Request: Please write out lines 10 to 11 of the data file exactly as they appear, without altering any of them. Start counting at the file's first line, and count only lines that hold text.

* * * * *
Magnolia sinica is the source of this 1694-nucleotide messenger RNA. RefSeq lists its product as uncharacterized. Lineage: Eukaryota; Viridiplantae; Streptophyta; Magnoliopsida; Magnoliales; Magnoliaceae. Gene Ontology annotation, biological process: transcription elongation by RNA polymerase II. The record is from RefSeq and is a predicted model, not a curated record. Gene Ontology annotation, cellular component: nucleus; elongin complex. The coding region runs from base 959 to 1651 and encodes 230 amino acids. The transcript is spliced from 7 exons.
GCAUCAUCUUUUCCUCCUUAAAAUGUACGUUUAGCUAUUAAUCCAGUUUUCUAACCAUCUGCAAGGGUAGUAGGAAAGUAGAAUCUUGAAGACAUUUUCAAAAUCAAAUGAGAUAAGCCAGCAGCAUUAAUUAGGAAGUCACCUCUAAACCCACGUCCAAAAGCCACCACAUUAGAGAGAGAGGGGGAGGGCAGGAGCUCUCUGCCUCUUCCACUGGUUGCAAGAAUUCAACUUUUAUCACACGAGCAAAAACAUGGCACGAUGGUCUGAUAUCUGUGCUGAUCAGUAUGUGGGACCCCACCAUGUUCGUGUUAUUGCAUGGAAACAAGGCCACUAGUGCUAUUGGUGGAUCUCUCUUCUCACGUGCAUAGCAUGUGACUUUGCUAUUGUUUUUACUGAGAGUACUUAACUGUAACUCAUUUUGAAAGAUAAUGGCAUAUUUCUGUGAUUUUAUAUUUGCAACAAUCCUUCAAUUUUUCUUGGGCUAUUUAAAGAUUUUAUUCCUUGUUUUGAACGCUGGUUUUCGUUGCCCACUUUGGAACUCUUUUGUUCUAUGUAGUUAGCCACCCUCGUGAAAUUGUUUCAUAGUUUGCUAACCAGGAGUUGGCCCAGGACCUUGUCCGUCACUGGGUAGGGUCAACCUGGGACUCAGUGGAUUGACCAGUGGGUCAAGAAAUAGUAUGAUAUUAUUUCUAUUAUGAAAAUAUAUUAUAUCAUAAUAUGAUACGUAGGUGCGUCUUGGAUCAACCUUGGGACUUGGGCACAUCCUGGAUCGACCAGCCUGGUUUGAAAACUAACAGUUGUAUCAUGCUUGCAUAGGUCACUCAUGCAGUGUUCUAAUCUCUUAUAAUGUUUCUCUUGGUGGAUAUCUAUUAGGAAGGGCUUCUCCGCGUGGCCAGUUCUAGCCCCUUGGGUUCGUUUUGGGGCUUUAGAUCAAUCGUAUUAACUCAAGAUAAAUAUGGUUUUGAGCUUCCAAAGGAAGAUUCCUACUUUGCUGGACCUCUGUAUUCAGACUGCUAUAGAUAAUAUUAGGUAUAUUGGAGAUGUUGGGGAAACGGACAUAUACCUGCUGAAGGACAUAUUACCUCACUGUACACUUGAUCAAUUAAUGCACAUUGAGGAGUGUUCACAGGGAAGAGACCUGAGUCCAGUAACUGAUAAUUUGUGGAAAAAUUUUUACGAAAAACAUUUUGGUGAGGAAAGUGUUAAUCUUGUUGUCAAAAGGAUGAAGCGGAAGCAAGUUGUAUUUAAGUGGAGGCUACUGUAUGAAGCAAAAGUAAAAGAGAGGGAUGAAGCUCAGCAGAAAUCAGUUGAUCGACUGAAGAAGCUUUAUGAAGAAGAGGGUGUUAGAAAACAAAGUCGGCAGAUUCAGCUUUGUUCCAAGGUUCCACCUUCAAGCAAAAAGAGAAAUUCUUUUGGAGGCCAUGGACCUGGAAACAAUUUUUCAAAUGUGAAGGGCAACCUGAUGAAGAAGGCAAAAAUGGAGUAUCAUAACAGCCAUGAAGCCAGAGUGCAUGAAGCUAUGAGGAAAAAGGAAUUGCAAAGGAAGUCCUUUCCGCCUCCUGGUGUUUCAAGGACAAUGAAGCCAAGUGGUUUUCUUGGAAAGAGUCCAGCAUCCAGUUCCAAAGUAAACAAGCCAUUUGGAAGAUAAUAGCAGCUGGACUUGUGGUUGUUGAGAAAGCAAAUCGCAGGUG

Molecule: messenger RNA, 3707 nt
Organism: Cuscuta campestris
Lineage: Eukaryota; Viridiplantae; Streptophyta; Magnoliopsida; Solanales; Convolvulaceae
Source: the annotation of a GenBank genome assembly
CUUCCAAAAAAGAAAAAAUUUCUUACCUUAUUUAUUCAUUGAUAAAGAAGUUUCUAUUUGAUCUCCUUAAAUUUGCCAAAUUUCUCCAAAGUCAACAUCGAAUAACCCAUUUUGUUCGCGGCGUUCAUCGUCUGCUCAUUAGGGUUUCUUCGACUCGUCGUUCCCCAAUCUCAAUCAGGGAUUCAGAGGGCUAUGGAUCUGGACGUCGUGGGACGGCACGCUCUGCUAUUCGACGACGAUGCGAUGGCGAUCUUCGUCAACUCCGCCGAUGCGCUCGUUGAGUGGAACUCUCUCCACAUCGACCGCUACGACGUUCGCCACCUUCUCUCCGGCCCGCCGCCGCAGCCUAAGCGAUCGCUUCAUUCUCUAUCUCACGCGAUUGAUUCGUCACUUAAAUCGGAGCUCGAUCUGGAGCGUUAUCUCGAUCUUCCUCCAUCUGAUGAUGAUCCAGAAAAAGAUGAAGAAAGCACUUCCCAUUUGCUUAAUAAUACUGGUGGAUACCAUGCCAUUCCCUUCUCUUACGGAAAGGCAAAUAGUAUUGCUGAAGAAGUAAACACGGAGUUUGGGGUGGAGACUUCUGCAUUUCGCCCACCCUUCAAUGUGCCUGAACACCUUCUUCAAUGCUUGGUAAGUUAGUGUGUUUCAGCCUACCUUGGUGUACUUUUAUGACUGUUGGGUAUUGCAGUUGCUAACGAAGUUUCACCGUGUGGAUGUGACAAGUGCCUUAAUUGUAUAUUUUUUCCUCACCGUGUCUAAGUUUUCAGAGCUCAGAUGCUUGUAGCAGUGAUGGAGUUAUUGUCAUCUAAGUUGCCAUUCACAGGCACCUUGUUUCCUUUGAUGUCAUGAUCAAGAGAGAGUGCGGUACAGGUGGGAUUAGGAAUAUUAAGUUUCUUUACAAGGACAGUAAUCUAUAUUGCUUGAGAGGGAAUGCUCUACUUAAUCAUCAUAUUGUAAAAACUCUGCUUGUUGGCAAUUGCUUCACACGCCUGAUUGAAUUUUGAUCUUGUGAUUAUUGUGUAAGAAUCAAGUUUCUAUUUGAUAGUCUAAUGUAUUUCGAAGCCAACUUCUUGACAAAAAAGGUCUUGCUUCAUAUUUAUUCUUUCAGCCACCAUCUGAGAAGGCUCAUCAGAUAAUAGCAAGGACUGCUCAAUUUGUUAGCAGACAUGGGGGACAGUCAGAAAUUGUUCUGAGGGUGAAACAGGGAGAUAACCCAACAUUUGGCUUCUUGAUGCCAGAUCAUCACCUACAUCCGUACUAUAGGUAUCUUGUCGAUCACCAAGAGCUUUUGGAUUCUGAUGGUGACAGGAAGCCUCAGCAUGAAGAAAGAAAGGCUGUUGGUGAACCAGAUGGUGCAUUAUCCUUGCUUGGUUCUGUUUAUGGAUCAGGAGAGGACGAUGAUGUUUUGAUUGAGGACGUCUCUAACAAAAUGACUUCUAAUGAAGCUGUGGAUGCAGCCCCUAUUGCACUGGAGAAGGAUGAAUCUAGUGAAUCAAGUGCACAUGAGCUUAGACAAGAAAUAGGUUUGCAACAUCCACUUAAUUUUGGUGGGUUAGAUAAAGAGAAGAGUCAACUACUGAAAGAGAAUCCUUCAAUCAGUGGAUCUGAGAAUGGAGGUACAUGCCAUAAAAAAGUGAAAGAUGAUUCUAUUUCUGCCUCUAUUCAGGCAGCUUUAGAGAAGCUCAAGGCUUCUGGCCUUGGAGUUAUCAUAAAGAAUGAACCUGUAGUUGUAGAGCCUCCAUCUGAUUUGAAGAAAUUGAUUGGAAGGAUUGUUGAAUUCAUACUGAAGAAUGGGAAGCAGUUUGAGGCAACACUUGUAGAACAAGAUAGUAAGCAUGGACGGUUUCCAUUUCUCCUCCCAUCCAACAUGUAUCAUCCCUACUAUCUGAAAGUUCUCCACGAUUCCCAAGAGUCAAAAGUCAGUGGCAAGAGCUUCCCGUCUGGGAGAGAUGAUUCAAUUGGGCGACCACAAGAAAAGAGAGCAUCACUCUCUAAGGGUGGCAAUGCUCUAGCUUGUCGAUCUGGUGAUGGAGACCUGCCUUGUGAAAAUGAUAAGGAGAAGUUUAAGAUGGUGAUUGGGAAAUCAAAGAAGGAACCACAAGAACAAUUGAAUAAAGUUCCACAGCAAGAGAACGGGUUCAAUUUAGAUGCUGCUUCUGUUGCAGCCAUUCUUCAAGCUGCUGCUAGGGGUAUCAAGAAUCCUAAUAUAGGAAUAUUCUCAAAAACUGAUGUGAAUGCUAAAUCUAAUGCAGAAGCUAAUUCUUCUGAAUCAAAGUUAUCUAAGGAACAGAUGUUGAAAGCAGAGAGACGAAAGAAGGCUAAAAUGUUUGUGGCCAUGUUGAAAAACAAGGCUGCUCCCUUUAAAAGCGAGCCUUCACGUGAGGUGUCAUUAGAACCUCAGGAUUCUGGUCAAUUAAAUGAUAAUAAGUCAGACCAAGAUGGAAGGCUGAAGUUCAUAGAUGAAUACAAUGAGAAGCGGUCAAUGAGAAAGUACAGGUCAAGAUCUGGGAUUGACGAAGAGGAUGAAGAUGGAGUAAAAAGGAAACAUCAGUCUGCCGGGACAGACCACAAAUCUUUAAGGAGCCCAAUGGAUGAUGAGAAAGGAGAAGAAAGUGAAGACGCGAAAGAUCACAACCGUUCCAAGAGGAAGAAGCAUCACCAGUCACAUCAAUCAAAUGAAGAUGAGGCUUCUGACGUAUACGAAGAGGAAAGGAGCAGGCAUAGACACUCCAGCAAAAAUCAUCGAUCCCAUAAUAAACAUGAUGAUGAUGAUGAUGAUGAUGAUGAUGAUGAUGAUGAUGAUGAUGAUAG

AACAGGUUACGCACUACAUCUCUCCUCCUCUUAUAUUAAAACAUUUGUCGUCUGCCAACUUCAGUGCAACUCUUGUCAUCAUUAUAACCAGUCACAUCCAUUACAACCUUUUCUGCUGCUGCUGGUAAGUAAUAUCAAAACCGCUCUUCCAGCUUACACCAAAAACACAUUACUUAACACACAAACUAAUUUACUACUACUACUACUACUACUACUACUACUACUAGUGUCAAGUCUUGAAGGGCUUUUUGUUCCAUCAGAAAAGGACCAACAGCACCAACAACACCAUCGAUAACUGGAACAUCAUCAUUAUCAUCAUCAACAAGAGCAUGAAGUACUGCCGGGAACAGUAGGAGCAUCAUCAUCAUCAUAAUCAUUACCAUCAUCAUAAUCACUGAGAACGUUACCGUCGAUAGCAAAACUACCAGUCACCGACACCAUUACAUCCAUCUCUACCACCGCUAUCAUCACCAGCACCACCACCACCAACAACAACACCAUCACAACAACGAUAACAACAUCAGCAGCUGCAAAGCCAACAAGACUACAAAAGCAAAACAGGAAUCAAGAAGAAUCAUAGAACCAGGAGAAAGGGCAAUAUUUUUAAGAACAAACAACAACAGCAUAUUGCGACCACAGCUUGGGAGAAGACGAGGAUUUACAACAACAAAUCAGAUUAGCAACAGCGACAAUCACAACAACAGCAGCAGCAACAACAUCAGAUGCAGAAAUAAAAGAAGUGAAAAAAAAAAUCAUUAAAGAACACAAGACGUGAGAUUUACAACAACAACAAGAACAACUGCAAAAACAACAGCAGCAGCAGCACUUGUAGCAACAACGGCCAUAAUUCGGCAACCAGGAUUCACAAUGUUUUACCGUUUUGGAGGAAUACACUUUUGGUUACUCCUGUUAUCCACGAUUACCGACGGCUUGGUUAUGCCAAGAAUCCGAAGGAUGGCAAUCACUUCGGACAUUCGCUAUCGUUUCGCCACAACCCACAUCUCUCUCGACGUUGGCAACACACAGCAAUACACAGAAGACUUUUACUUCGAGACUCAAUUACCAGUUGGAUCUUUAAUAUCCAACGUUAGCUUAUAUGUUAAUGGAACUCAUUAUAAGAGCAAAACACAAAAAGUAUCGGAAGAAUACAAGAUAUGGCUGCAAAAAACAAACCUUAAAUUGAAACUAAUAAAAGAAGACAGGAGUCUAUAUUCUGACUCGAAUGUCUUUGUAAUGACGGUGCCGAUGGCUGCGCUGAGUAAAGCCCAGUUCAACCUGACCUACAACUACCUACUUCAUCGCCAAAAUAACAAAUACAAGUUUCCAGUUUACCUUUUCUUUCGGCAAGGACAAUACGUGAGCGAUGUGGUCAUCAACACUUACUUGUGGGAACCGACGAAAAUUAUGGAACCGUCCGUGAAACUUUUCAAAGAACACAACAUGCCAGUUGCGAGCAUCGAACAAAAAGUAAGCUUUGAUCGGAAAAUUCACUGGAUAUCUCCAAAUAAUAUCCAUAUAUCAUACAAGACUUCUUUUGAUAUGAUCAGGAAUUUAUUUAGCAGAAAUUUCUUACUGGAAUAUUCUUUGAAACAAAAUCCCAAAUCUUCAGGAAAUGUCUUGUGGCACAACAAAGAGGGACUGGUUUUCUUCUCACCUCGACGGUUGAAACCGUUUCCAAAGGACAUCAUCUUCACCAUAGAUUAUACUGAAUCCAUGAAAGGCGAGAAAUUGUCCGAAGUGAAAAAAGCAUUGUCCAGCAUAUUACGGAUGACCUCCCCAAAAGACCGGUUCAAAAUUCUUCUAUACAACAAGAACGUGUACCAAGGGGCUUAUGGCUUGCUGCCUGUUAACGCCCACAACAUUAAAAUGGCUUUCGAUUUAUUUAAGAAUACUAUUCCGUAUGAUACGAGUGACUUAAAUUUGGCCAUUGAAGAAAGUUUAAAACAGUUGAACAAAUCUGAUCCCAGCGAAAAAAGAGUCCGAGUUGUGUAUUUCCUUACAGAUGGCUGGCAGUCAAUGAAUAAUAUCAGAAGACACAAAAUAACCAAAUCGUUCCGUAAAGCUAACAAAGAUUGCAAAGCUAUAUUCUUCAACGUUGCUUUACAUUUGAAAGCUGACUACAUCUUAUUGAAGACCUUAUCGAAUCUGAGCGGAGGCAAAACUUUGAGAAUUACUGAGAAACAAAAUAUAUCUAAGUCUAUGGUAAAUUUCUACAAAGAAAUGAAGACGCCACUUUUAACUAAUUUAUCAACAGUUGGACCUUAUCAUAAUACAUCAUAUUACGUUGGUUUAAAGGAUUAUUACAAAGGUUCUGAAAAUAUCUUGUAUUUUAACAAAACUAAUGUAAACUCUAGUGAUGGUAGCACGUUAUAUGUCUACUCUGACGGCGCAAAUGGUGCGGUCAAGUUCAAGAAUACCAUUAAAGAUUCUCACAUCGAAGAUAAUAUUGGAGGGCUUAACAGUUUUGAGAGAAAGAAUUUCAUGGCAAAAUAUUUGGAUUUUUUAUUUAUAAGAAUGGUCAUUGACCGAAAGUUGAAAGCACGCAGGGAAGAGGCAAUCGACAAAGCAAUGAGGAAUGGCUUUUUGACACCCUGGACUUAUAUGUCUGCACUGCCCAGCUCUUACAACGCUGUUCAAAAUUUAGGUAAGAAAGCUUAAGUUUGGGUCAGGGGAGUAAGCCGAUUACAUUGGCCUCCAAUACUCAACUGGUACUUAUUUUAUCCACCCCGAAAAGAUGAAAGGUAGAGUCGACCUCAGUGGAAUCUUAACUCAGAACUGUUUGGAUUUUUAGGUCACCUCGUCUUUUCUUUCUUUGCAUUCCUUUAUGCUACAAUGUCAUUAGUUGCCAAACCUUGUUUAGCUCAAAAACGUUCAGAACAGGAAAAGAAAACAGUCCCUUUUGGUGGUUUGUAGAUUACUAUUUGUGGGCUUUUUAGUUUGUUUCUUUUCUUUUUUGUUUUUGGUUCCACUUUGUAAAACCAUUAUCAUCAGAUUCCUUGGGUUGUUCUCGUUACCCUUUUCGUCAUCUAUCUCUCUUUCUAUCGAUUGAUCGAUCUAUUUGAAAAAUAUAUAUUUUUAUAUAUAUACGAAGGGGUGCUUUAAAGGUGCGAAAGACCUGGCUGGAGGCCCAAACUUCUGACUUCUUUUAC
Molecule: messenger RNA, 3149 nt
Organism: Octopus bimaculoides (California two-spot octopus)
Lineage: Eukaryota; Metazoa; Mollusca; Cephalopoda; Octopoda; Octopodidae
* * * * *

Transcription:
Organism: Octopus bimaculoides (California two-spot octopus)
Lineage: Eukaryota; Metazoa; Mollusca; Cephalopoda; Octopoda; Octopodidae